– Joel Fletcher

Answer the Call

Mark 3

Mark 3-13

About seven years ago, one of my very closest friends was pregnant. She and her husband already had one daughter who was birthed at home and they had decided that their second child would also be born at home. She asked if I would babysit the older daughter during the delivery. Of course, I said yes.

 

I got a call one morning from my friend and she explained that she was experiencing contractions and that I should be ready to come over in a few hours when the contractions got closer together. Ok, no big deal, I thought. I’ll run a few errands, take care of some other stuff and I’ll simply wait for the call. About four or five hours later, she calls and says, it’s time to come over. Sweet! I was excited!

 

I got to her home and her husband wasn’t there yet, he was still at work. The midwives weren’t there yet, they were stuck in traffic. Oh boy! What had I gotten myself into???

 

I helped her prepare the bed for the delivery and get some other things situated. Thankfully, her husband eventually arrived and the two of them went up the stairs while I stayed downstairs with their little girl. Finally, the midwives busted through the front door and I told them where to go. I decided to take the little girl outside to her playset and within 20 minutes, their second daughter was born.

 

After a bit of time, my friend’s husband, came down stairs and invited me upstairs to introduce me to the newest member of their family.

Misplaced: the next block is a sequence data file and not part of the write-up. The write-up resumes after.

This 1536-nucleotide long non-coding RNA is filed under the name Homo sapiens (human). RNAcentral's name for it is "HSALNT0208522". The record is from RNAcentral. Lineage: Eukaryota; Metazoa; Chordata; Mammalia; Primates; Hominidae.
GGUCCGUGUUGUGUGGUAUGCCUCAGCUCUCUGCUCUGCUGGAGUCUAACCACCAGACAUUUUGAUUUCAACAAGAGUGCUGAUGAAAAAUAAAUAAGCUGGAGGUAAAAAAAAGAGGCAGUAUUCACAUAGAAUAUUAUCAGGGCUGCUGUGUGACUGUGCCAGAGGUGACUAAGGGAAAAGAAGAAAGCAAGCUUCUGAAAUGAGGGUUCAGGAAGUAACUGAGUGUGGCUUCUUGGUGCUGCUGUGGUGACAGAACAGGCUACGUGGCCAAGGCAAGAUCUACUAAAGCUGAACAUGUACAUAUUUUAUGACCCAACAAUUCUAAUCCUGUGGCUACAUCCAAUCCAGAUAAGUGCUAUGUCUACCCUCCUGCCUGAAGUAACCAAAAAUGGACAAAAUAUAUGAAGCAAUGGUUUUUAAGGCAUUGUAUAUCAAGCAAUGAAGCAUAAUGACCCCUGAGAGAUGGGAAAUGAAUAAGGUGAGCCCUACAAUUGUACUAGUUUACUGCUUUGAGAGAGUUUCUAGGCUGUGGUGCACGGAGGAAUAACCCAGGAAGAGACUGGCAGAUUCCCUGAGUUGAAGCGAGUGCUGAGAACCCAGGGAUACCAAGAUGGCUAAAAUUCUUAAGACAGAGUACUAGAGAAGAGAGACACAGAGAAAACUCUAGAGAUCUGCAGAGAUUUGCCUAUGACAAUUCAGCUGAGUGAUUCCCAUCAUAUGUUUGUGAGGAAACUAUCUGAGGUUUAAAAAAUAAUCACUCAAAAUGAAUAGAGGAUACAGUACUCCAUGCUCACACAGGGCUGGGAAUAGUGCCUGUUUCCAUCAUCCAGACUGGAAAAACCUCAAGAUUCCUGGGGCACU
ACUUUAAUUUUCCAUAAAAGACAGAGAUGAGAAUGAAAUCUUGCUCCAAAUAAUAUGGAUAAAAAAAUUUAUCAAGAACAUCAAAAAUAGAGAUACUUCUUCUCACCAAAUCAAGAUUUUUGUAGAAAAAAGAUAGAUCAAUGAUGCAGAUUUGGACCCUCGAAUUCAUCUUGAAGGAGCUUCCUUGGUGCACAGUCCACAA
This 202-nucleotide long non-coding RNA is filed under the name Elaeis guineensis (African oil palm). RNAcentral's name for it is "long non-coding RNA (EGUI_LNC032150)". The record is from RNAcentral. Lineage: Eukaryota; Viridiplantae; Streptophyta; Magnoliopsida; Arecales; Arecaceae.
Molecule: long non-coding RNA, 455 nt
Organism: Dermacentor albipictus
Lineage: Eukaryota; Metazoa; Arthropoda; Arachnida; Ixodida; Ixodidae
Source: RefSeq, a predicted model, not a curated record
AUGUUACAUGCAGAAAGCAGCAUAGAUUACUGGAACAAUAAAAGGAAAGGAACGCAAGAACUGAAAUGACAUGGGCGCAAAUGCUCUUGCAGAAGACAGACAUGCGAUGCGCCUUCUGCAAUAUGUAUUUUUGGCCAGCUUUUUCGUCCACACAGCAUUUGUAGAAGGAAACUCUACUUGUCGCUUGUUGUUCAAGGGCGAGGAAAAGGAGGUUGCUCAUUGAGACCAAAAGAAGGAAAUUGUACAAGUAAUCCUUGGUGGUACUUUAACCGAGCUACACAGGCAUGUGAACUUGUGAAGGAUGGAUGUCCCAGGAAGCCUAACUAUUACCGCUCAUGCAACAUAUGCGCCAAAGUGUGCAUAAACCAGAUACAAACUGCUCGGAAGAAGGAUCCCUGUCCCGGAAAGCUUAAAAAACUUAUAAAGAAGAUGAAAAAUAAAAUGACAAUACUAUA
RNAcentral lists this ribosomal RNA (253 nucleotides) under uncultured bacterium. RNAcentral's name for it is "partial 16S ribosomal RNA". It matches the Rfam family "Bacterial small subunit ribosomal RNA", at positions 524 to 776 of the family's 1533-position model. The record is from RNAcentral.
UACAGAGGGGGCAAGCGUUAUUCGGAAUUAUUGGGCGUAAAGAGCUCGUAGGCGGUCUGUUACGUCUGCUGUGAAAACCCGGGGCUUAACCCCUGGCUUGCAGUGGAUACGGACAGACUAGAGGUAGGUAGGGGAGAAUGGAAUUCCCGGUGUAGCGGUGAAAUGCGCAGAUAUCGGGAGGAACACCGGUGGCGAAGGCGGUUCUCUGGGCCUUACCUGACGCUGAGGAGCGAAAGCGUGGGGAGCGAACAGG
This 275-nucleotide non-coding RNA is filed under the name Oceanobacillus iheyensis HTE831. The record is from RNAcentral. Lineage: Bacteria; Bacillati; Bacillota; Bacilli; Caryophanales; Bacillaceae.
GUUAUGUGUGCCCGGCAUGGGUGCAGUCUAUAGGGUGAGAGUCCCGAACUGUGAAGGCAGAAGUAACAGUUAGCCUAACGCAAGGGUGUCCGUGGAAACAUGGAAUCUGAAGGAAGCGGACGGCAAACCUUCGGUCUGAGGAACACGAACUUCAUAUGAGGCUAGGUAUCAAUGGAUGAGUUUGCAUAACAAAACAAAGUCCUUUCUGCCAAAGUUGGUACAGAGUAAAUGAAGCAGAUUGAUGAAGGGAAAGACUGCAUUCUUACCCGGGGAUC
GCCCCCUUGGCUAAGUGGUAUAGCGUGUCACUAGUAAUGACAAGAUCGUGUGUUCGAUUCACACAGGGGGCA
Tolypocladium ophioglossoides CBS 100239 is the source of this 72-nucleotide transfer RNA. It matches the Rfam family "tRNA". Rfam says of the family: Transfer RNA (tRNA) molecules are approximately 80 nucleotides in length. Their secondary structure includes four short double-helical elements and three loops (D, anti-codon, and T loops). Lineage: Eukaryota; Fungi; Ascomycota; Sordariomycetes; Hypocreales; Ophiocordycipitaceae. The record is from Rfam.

It was only after I had left to go to my own home that I realized what I could have ended up doing if the husband and midwives hadn’t shown up in time. And so, I was so incredibly honored that my friend had asked me to be part of her delivery day. But I never would have been asked to be there in the first place if I hadn’t developed the close relationship with my friend a few years before.

 

In Mark 3, we read about Jesus inviting his closest followers to become His apostles. Simon, James and John, Andrew, Philip, Bartholomew, Matthew, Thomas, James son of Alphaeus, Thaddaeus, Simon the Zealot, and Judas had all first responded to Jesus’ call of becoming His disciples. They learned from Jesus. They witnessed miracles being performed. They left all that they had to be obedient.

 

Now Jesus was asking for more. He was getting ready to send them out and become fishers of men. A task that wasn’t asked of everyone. This was an important task, one that demanded, not just knowledge and readiness, but a dedication to persist through great trials and tribulations. These men probably had no idea what they were getting themselves into when they said “yes”. But to them, because of the relationship that they had developed with Jesus, the promotion He was offering was the natural thing to agree to.

 

Here’s the thing. Jesus wants our relationship with Him to be so close, so intimate, so natural, that when He asks us to do something, to go somewhere, to minister to some person, that we don’t have a second thought about it. In fact, when we realize His desire for us to do something, it’s an honor and privilege to serve Him in whatever task He’s given us.